Meghan S. Taylor


Coping Strategies for Music Performance Anxiety – Meditation

One of my biggest struggles with performance anxiety has been learning to quiet my internal monologue. This constant chatter is distracting and can quickly lead to negative self-talk. Practicing meditation in and out of the practice room has helped me to learn to refocus my mind during performance situations. In this post, I will discuss three meditation routines that I have experimented with and modified for my own practice routine.

Reflecting at the top of Whiteside Mountain in North Carolina.

Reflecting at the top of Whiteside Mountain in North Carolina.


Breath Meditation

Mia Olson’s book Musician’s Yoga has quickly become one of my go-to resources for meditation. Olson describes meditation as “the process of letting go time after time, becoming the observer of our thoughts - realizing that we are not our thoughts.”[i] Realizing that our thoughts do not define us as human beings is an essential revelation for musicians. Practicing meditation can help musicians develop awareness of their thoughts and be able to refocus them on essential aspects of performances. In addition, meditation teaches the performer how to let go of extraneous thoughts during a performance.

The following is a meditation routine adapted from Olson’s text Musician’s Yoga[ii]:

Find a comfortable position. This may be lying down on the floor with your knees bent or cross-legged in a seated position. Place your hands in your lap, on your stomach, or on the floor. Placing your palms up will help you feel as if you’re receiving energy while placing your palms down will mimic conserving energy. You should not feel any stress or tension in your body. Focus on the places of contact beneath your body. Feel rooted in these places. Begin noticing your breath. Observe the quality of each inhale and exhale. As you exhale, think about releasing deeper into relaxation. Keep your mind focused on your breathing. Notice the quality of each inhale and exhale. As thoughts come into your mind, acknowledge them. Then, return your attention to your breath. Strive for feelings of calmness and peacefulness.


Breath Meditation with an Instrument

After practicing the above meditation routine several times away from the practice room, it is important to transfer this mindset to the practice room by incorporating breath meditation while playing an instrument.

The following is a meditation routine adapted from Olson’s text Musician’s Yoga[iii]:

Begin by centering yourself using the previous meditation sequence. Once your breaths have become smooth and consistent begin working on a fundamental exercise on your instrument. During this exercise, you should rely on muscle memory and memorization to execute the technique. Allow your mind to stay centered on your breath. Notice any muscles that are tightening while inhaling or exhaling and allow them to relax. Continue redirecting your concentration to your breath as thoughts enter your mind. Once you have mastered this begin increasing the difficulty of the exercise you are playing and continue to maintain concentration. Each time your mind wanders notice it, let it go and return your attention to your breath.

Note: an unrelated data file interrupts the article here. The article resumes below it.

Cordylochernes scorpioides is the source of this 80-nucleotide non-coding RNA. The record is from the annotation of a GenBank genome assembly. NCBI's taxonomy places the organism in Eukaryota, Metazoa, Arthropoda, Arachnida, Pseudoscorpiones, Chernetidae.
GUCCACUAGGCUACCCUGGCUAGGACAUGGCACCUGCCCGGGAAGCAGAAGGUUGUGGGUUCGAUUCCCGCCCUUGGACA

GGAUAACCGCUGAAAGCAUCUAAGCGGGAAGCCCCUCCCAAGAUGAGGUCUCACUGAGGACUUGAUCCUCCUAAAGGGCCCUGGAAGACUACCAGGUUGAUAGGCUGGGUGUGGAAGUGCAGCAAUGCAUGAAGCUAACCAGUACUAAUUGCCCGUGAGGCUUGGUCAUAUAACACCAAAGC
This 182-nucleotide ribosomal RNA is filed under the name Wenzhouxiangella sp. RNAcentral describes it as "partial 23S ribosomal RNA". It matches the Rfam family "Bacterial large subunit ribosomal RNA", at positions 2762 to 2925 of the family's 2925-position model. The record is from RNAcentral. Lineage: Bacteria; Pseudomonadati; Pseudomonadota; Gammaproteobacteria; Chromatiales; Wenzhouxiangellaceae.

Performance Meditation

Once you are able to consistently incorporate breath meditation into your fundamental practice and warm-up routine, it’s time to start using this method to slow your heart rate before a performance. The creators of Play: A Psychological Toolkit for Optimal Music Performance, Gregory Daubney, and Dr. Alison Daubney, suggest simulating a stressful performance situation through increasing your heart rate and then using the breath to regain control of your heart rate and refocus your mind on the present moment.

The following routine has been adapted from Play: A Psychological Toolkit for Optimal Music Performance by Gregory Daubney and Dr. Alison Daubney[iv]:

Pick an excerpt of your repertoire that you may be nervous to perform under pressure. Walk up and down a few stairs, do some jumping jacks, or jog in place long enough to get your heart rate up. Increased heart rate mimics performance anxiety. Once your heart rate is raised, bring your attention to your breath. Notice the quality of each inhale and exhale. After a few breaths, begin breathing in for two counts and exhaling for four. This metered breathing will help center your body and regain control of your breath. After several metered breaths return to normal breath meditation. Breathe as if you were playing your fundamental exercise. Maintain this relaxed calm breath through the duration of the excerpt you are practicing. Each time you practice this technique for regaining control of your breath, take notice of your thoughts. Practice acknowledging each one and letting it pass. Practicing lowering your heart rate efficiently and keeping stray thoughts at bay will allow you to feel more confident in high-stress performance situations.


Meditation can feel really intimidating and uncomfortable at first. In today’s fast-paced society, there aren’t many situations where we are allowed just be alone with our thoughts. However, I find that consistently practicing meditation has helped me to learn to simply acknowledge my thoughts and release them instead of holding on to them during performance situations and letting them turn into negative self-talk. Meditation has also given me a set of tools that I can use during performances to control my heart rate, which alleviates some additional symptoms of performance anxiety.


Stay tuned for my next post on practicing yoga. Happy Practicing!


[i] Mia Olson, Musician’s Yoga (Boston: Berklee Press, 2009), 23.

[ii] Ibid.

[iii] Ibid.

[iv] Gregory Daubney and Alison Daubney, Play: A Psychological Toolkit for Optimal Music Performance (United Kingdom: Incorporate Society of Musicians, 2018), 9.